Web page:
This panel, which brings together 4 researchers and/or practitioners of Congolese/African music, would like to contribute to creating a larger understanding of this socio-musical phenomenon, which in its genesis has brought together such diverse cultural influences and, in its mature aesthetic has remained a quintessentially open and cosmopolitan form. The contributions we hope to receive for this panel could consider the social fact of Congolese music from the widest possible range of viewpoints: meanings of the lyrics, dance, ‘stardom’, video, gender, patronage, sponsoring, media, audience and fandom, stages and other spaces of performance, Congolese music and migration… In short we solicit contributions from all possible perspectives that the social and humanistic sciences can provide.

Selective Bibliography
Ewens, G., Luambo Franco and 30 Years of OK Jazz: 1956-1986, London: Off the Record Press.
Gakosso, J.-C., Ntesa Dalienst et la sublime épopée des Grands Maquisards, Bruxelles : Editions Gutenberg-UGB, Collection ‘Musique d’Afrique’.
Mpisi, J., Tabu Ley ‘ Rochereau’ innovateur de la musique africaine, Paris : L’Harmattan, Collection ‘ Univers musical’.
Nimy Nzonga, J.-P., 2007, Dictionnaire des immortels de la musique congolaise moderne, Louvain-la-Neuve : Academia-Bruylant.
Romain, V., 2000, ‘Un espace colonial: musiques africaines en Belgique et au Congo’, J.-L. Vellut (ed), Itinéraires croisés de la modernité au Congo belge, Cahiers Africains, n°43-44, Institut Africain-CEDAF, Tervuren-Paris : L’Harmattan, pp.205-238.
Salter, T., 2007, Rumba From Congo To Cape Town, PhD thesis, University of Edinburg, Scotland.
Stewart, G., 2000, Rumba on the River. A History of Popular Music of Two Congos, London, New York: Verso.
Trapido, J., 2011. ‘The Political Economy of Migration and Reputation in Kinshasa.’ Africa: Journal of the International African Institute 81.2: 204-225.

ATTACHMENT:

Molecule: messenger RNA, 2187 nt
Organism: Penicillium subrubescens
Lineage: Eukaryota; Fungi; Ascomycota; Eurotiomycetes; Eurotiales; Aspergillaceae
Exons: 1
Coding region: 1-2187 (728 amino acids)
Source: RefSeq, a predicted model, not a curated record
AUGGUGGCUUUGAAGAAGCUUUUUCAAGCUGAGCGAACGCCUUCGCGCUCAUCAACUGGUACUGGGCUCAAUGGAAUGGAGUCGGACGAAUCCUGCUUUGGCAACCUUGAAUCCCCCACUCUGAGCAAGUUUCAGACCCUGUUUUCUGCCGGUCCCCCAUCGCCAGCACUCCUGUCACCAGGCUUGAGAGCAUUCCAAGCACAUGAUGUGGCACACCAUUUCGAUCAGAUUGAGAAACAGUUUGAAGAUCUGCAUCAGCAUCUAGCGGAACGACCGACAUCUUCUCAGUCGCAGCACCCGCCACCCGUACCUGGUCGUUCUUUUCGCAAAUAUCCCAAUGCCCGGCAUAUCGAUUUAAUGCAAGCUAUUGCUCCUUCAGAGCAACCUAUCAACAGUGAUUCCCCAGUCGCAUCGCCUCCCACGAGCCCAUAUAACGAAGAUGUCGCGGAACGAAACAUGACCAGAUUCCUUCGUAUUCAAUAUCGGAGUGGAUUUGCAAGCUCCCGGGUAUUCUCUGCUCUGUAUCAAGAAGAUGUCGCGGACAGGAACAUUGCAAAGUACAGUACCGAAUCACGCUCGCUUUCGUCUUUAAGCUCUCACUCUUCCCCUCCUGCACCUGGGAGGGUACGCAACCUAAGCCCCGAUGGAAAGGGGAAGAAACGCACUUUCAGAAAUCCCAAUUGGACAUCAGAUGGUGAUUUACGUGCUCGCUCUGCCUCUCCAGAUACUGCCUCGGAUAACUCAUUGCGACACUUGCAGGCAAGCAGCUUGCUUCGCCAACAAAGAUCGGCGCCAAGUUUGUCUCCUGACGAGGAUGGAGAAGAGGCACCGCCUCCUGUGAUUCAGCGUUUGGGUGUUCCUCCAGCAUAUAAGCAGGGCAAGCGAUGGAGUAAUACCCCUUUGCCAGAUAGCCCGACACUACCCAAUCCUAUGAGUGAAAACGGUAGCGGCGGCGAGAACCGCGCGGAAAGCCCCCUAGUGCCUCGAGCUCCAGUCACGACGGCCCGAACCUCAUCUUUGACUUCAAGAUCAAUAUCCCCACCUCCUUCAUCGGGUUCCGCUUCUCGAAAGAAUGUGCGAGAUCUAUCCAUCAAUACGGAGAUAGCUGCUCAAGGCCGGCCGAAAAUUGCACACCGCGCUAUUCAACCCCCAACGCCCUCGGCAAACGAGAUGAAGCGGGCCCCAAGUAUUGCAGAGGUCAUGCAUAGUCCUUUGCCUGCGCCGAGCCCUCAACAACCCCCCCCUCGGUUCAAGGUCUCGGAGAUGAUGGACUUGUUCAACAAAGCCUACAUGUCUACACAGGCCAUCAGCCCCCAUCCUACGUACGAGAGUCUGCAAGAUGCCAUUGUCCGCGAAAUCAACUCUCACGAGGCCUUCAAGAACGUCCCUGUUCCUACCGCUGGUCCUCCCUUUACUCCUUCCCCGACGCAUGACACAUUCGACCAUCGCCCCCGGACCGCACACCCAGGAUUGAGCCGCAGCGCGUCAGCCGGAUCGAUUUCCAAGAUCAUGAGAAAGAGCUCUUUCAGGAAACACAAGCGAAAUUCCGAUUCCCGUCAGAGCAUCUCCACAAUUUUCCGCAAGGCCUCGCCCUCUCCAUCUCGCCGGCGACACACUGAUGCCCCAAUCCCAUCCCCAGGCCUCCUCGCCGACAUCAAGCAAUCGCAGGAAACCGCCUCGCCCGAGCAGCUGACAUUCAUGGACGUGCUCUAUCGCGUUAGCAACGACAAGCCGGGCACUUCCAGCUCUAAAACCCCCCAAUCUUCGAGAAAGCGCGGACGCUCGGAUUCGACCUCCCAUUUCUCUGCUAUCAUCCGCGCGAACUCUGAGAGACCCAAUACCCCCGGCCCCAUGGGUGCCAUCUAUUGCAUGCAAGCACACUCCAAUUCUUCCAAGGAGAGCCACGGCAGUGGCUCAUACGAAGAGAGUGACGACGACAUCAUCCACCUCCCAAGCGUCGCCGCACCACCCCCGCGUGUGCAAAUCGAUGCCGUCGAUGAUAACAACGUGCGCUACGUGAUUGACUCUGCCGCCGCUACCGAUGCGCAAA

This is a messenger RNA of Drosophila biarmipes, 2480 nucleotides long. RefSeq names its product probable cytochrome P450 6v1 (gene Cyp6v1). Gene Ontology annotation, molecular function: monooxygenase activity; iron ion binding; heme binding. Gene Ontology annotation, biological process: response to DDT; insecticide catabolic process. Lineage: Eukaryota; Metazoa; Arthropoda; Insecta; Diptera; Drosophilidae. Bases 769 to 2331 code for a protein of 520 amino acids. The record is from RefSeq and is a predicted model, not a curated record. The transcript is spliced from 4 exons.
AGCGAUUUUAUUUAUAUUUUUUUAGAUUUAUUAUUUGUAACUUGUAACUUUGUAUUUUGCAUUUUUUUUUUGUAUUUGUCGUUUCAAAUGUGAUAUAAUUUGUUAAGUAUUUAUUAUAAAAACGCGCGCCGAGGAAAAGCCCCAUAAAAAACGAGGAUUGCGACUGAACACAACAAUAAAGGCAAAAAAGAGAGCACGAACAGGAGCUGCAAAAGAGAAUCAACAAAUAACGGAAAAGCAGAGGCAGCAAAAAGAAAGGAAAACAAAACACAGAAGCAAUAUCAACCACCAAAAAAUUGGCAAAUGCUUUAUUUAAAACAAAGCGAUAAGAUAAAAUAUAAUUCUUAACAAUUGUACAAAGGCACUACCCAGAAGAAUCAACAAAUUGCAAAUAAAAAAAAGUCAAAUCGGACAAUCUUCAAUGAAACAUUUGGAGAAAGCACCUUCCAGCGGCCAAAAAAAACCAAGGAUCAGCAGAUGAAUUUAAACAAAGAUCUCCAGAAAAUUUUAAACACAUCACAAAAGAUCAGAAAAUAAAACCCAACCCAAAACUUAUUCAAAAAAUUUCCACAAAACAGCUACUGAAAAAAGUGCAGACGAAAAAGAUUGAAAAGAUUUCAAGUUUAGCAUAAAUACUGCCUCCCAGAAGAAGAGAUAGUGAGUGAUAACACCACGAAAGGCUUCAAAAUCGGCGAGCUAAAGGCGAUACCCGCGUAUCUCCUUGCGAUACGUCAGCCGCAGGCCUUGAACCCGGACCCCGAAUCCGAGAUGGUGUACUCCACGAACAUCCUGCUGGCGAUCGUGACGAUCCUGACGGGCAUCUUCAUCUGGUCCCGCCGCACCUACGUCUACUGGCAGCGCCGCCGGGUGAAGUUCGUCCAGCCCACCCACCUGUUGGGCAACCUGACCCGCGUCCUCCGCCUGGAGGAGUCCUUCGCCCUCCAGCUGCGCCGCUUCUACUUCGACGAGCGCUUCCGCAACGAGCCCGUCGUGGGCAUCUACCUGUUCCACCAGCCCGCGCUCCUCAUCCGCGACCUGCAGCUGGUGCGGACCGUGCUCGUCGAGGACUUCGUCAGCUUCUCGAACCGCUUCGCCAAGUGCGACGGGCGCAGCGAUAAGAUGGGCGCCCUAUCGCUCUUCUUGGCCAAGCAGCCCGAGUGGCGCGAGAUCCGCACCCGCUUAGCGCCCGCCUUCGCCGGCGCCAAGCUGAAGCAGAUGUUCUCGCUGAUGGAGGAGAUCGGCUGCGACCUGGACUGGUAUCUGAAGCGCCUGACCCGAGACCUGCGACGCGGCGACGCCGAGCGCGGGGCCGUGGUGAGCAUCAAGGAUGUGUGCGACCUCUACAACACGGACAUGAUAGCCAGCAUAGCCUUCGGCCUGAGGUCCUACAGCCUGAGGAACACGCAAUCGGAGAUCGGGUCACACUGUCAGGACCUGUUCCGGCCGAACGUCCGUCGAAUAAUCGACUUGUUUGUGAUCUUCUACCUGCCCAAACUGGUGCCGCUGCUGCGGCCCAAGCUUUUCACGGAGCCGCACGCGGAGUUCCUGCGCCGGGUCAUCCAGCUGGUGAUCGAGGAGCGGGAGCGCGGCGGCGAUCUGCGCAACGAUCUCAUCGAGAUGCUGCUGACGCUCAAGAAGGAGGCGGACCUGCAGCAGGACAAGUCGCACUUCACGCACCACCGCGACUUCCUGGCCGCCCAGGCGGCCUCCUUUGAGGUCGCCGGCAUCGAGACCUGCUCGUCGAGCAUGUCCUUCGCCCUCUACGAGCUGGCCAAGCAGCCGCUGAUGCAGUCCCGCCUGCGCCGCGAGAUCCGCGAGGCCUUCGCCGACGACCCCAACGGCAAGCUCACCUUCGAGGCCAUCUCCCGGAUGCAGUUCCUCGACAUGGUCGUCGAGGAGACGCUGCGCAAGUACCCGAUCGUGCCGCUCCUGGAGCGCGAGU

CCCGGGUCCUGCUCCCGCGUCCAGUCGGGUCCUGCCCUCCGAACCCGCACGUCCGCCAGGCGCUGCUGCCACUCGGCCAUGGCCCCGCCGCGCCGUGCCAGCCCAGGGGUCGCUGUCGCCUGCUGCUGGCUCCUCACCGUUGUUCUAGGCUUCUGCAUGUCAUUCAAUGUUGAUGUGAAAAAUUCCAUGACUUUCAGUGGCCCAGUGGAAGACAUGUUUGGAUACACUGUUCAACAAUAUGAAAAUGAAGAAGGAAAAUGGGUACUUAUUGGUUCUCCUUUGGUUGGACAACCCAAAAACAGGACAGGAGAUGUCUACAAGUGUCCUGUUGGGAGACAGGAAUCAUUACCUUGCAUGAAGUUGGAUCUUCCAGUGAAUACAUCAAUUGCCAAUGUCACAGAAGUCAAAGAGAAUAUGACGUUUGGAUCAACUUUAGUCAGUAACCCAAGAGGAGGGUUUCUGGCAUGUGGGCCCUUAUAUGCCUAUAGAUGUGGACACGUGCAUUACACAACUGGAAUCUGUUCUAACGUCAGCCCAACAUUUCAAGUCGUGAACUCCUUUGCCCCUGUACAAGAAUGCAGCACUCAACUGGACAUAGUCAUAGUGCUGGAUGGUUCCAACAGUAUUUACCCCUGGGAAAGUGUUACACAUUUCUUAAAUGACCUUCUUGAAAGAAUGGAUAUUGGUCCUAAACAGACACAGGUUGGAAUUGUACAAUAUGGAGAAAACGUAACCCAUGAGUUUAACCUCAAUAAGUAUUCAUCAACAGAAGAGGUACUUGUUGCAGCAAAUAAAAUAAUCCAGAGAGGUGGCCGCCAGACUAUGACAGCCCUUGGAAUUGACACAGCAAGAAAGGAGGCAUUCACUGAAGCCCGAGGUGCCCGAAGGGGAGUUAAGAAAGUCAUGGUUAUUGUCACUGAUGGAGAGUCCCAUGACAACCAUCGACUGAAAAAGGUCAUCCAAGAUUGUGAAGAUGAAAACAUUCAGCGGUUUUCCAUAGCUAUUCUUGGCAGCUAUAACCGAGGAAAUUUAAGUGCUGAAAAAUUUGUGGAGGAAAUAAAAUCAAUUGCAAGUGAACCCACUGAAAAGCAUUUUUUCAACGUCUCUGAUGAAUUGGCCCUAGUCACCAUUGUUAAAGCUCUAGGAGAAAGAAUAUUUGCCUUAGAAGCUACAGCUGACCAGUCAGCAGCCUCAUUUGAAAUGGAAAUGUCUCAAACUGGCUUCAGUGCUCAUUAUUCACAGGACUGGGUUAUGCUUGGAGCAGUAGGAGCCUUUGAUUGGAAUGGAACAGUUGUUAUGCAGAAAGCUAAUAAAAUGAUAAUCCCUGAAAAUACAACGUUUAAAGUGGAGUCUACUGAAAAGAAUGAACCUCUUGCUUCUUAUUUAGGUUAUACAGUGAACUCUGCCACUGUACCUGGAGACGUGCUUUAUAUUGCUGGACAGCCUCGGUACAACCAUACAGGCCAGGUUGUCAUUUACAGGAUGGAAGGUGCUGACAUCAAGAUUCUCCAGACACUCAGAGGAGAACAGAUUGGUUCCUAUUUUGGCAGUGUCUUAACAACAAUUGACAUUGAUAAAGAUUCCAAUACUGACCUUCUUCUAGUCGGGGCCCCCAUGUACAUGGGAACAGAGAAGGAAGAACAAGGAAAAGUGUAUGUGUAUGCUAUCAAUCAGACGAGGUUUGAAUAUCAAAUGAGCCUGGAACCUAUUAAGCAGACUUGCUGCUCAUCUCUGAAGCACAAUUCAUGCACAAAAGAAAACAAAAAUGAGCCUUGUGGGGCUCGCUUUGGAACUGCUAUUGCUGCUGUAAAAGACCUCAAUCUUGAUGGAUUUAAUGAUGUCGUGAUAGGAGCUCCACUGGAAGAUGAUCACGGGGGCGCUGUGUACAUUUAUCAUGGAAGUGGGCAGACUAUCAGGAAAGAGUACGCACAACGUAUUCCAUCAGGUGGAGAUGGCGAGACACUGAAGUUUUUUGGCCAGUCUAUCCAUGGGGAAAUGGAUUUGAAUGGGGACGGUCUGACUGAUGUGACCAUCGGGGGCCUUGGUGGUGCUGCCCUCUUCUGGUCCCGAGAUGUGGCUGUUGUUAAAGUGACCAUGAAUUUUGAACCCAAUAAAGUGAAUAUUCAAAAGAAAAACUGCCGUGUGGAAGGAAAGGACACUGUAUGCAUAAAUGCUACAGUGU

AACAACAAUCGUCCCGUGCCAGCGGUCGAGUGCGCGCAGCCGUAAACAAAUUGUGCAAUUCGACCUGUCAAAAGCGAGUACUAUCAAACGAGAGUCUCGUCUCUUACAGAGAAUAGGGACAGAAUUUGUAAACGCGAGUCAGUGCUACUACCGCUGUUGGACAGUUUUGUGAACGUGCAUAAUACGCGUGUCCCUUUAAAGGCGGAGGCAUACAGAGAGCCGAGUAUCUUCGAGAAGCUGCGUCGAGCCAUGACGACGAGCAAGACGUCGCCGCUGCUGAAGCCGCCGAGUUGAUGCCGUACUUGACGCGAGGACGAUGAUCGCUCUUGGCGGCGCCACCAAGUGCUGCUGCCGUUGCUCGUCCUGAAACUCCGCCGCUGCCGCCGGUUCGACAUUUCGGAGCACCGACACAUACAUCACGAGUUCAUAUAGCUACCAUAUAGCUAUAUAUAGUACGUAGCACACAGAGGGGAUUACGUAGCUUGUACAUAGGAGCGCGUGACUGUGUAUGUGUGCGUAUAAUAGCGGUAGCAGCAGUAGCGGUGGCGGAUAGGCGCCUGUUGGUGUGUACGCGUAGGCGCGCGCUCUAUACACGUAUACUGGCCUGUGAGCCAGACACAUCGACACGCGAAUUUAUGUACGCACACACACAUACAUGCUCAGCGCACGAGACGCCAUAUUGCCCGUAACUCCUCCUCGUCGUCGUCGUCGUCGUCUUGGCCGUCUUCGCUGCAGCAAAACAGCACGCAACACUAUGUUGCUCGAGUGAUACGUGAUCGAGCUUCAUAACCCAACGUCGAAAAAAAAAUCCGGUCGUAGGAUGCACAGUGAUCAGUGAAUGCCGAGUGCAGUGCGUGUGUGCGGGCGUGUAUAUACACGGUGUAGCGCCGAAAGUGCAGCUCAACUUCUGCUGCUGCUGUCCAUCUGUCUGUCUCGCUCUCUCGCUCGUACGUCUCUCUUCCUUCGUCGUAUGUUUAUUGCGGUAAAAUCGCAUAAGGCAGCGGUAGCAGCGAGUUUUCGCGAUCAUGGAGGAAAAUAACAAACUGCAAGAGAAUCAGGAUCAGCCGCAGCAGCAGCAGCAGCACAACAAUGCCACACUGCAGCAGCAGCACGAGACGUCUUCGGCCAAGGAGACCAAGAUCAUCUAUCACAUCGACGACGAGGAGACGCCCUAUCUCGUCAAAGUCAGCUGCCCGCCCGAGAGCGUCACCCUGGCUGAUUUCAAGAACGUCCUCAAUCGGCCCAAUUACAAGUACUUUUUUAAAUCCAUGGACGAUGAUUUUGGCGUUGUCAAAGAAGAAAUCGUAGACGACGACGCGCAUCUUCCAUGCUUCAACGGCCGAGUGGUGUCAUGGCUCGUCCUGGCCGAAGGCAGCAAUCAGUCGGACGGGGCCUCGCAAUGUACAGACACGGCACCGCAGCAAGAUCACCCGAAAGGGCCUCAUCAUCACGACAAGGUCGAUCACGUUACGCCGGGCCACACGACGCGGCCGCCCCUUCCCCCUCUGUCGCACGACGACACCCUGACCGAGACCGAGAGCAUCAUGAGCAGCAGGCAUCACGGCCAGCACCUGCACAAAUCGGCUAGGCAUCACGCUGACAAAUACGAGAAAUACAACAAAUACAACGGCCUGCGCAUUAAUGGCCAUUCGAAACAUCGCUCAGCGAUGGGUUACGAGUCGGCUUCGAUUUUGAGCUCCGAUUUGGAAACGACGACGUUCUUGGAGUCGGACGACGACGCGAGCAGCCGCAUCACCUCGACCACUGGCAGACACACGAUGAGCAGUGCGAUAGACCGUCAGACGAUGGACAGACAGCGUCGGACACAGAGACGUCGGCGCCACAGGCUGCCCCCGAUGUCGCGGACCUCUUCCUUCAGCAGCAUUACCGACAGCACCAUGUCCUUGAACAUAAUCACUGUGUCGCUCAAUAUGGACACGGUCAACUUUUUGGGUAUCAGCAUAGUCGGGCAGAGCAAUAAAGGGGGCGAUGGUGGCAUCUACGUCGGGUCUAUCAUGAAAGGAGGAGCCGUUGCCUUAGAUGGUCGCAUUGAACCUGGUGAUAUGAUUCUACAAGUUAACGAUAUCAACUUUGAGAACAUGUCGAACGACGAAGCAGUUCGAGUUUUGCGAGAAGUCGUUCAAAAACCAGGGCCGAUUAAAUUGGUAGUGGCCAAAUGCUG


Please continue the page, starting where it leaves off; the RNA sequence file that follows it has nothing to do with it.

Trapido, J., 2010. ‘Love and money in Kinois popular music.’ Journal of African Cultural Studies, 22 (2):121-144
Tsambu B., Leon, 2004, ‘Musique et violence à Kinshasa’, T. Trefon (ed), Ordre et désordre à Kinshasa. Réponses populaires à la faillite de l’Etat, Cahiers Africains, n° 61-62, Tervuren/Paris : MRAC/L’Harmattan, pp. 193-212.
Tsambu B., Leon, 2005, ‘ Epure d’un développement de l’industrie du disque congolaise par le mécénat privé’, Africa Media Review, Volume 13, No 2, Dakar : Codesria,, 2005, pp. 36-67.
White, B. W., 2002, ‘Congolese Rumba and Other Cosmopolitanisms’, Cahiers d’Etudes Africaines, 168, XLII, Paris, pp.663-686.
White, W. B., 2008, Rumba Rules: The Politics of Dance Music in Mobutu’s Zaire, Duke University Press.

Co-organisers: Leon Tsambu , University of Kinshasa ( leon.tsambu@gmail.com )
Joseph Trapido, University of Pretoria (Joe.Trapido@up.ac.za )
Members: Sara MCGuinness, Tom Salter, Joe Trapido, and Leon Tsambu.


About Congo Research Network

The Congo Research Network (CRN) is a community of researchers working on DR Congo and its diaspora across the Humanities